Jonah’s prayer was trying to get him out of that situation, whether he meant the words he was praying or not, God still heard the prayer.
God has not forgotten you. God will answer your prayer. The answer may not be what we are expecting, or coming from where we want, but God answers every prayer offered to him.
No where, in the text, has Jonah proved he has done or said anything he has prayed. He was running away from God. The sailors had to ask Jonah to call on his God to help them (Jonah 1:6) but Jonah still sent to sleep instead of being concerned about the safety of the other sailors.
Now, let’s look at our own prayer lives.
I find it interesting the only thing Jesus’ disciples asked him to teach them was how to pray (Matthew 6:5-14, Luke 11:1-13). When was the last time you or I asked another person, or Jesus for that matter, how we should pray.
Yes, there are many formulations on the best type of prayer. We can pray spontaneously, read prayers from the past, pray the Psalms, and more. But God is more interested in what is the state of our heart.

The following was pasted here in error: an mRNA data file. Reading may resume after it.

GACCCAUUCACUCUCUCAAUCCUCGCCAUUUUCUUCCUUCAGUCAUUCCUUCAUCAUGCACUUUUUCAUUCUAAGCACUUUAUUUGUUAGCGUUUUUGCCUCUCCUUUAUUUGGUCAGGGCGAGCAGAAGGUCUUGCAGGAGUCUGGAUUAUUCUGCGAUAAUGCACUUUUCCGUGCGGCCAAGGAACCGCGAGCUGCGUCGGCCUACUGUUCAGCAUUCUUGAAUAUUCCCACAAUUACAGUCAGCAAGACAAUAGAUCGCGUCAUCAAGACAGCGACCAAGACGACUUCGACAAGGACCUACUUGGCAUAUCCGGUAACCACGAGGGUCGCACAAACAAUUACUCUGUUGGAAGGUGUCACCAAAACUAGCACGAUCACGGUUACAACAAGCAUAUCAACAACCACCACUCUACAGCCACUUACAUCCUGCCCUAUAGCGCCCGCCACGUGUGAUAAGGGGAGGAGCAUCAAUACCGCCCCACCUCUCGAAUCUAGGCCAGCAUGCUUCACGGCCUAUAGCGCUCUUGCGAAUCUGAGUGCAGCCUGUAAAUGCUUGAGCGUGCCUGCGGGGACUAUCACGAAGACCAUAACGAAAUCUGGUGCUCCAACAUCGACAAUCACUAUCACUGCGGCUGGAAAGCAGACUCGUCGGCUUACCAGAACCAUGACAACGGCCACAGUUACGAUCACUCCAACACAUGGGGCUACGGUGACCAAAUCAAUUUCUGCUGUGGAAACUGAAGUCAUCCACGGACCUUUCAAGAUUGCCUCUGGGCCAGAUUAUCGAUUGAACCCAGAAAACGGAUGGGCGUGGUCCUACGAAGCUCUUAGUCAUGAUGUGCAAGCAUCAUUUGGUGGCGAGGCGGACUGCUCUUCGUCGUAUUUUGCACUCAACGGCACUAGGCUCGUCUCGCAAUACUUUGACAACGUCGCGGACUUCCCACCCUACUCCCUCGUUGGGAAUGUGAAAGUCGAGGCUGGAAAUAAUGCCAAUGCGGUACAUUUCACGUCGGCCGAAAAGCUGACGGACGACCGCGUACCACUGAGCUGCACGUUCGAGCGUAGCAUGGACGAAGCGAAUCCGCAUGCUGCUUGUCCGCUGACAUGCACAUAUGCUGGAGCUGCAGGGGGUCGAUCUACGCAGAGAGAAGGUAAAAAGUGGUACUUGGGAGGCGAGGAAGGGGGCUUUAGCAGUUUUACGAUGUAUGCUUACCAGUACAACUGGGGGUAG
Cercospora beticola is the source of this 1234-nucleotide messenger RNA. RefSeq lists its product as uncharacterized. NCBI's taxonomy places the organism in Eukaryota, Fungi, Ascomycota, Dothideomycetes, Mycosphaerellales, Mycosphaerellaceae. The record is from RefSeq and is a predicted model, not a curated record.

There are times we do not know what we should pray, and God has this covered as well. The Apostle Paul writes, “We do not know what we ought to pray for, but the Spirit himself interceded for us with groans that words cannot express. And he who searches our own hearts knows the mind of the Spirit, because the Spirit intercedes for the saints in accordance with God’s will.” 
It is because of God’s grace the Spirit he has given us prays to him. Too often we can neglect our prayer life and try to do things our own way. We try to do things on our own because, as I have heard many people say through the years, “I don’t want to bother God with this small situation.”